I'm not a laywer but I don't think there can be an "expectation of privacy" on public transport...

    Examples of places where a person has a reasonable expectation of privacy are person's residence and public places which have been specifically provided by businesses or the public sector to ensure privacy, such as public restrooms, private portions of jailhouses, or a phone booth.

    In general, one cannot have an expectation of privacy in public places, with the exceptions mentioned above.


    http://en.wikipedia.org/wiki/Expectation_of_privacy

  • avatar
    527 sounds
    651 posts


    I agree with Timbre.

    This bloke invaded your privacy so he is fair game as far as I am concerned. Upload it by all means.

    "I love deadlines. I like the whooshing sound they make as they fly by." Douglas Adams
  • avatar
    1927 sounds
    1765 posts


    Benboncan and I are in the UK where there are no privacy laws.
    If the situation occurred here civil legal action would be impossible.

    However in the USA the unreasonable loudmouth could attempt to sue you for “negligent/ intentional infliction of emotional distress” or other such legalese if you publicised a recording of their behaviour which they may be embarrassed by.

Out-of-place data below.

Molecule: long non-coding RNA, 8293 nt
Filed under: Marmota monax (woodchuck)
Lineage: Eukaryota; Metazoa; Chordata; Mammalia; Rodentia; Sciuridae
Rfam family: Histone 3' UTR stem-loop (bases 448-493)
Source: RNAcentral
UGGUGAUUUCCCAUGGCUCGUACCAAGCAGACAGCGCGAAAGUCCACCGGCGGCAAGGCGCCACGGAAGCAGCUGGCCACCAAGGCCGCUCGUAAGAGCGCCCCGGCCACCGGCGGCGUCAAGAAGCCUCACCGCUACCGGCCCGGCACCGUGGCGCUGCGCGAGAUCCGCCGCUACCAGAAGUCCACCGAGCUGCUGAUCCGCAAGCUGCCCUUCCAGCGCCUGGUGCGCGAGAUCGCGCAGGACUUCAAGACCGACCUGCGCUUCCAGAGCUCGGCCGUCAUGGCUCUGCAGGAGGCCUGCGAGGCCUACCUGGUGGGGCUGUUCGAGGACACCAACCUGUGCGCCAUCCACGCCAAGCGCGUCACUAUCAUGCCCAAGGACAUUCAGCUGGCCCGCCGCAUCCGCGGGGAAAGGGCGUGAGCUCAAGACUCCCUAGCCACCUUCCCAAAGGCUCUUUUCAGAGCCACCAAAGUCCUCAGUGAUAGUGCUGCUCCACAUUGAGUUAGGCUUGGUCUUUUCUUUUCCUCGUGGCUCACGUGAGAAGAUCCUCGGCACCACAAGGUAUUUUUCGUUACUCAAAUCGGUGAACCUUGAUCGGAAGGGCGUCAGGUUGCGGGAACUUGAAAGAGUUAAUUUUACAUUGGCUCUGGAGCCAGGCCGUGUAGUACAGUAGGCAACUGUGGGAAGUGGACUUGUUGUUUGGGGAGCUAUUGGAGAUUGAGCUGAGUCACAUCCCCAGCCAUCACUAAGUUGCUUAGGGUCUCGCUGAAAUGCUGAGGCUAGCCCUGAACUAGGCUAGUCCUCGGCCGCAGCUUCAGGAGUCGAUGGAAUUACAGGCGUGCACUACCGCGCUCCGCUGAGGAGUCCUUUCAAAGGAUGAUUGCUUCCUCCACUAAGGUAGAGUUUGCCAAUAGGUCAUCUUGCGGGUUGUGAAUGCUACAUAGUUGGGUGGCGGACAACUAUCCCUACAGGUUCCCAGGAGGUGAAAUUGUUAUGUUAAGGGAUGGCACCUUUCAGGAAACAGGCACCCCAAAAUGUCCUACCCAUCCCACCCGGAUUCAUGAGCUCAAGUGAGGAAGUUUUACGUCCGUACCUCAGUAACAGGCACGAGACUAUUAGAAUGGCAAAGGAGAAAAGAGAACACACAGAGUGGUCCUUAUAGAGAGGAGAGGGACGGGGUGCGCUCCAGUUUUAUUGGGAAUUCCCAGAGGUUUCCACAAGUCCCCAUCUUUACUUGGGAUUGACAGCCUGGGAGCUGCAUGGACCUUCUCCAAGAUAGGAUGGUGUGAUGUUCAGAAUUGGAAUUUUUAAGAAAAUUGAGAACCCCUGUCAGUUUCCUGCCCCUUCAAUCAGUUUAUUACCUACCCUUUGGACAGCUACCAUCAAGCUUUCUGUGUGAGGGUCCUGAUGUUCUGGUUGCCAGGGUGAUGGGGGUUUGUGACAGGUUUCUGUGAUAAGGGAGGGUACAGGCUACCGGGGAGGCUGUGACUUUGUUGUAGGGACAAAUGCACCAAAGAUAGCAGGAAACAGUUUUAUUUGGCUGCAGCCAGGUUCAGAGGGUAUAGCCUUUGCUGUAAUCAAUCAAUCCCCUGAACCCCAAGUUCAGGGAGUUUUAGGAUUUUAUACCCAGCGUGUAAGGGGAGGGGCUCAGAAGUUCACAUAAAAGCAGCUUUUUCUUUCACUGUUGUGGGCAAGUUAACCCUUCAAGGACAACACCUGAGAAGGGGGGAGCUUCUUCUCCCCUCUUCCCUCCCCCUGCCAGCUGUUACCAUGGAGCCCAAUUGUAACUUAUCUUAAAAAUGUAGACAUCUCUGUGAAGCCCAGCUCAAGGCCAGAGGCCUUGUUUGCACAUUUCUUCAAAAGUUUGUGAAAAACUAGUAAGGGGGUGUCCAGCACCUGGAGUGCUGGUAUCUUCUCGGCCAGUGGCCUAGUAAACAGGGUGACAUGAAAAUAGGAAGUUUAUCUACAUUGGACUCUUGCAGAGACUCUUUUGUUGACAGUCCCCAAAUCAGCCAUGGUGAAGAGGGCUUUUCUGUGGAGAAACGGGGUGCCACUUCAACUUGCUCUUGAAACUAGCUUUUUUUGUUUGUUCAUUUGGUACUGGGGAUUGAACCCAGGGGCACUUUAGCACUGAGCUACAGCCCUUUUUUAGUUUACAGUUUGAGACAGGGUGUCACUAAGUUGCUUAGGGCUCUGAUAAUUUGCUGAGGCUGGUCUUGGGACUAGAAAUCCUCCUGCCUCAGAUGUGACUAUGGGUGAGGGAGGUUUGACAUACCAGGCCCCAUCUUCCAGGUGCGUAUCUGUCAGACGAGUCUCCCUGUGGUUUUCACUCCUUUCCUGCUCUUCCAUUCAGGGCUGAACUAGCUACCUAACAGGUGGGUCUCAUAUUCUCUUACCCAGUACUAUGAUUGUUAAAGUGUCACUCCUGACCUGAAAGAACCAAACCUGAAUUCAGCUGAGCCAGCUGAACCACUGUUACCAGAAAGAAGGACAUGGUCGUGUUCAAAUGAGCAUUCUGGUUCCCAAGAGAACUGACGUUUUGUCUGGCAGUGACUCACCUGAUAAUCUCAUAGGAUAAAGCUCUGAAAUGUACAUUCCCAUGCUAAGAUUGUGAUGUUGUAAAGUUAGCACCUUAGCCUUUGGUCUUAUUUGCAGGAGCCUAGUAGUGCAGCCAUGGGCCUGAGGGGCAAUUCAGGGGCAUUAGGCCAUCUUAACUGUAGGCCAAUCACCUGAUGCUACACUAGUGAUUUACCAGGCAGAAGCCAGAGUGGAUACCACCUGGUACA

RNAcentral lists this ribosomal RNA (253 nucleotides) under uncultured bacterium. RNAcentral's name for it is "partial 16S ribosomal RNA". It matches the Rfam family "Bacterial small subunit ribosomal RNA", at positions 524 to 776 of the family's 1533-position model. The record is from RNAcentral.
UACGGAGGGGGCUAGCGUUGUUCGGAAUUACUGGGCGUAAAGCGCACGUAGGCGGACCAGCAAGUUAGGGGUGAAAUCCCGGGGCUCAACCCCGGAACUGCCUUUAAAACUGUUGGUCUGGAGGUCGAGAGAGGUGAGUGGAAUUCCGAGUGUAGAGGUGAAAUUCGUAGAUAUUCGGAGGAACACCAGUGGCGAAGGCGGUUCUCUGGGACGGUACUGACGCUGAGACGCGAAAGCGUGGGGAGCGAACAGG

It could cost plenty to defend yourself against their suit even if they failed to prove their case.

    The Texas case of Boyles v. Kerr, 855 S.W.2d 593 (Tex. 1993) is illustrative. In this case, the defendant secretly videotaped himself engaging in sexual activities with the plaintiff. The defendant then showed this videotape to numerous individuals and caused severe distress to the plaintiff. The plaintiff brought suit against the defendant, asserting a claim for negligent infliction of emotional distress.

    On appeal, the Texas Supreme Court observed that the facts did not support a claim of negligence. Rather, the Court noted, the facts clearly supported a claim of an intentional injury by the defendant and it was evident that the claim had been cast as "negligence" solely to obtain insurance coverage. The Court then went on to hold that Texas did not recognize a claim for negligent infliction of emotional distress and remanded the case to the trial court for consideration of a claim for intentional infliction of emotional distress.

    http://en.wikipedia.org/wiki/Negligent_infliction_of_emotional_distress

    I'd certainly bleep out any names, or anything which could be used to identify persons involved.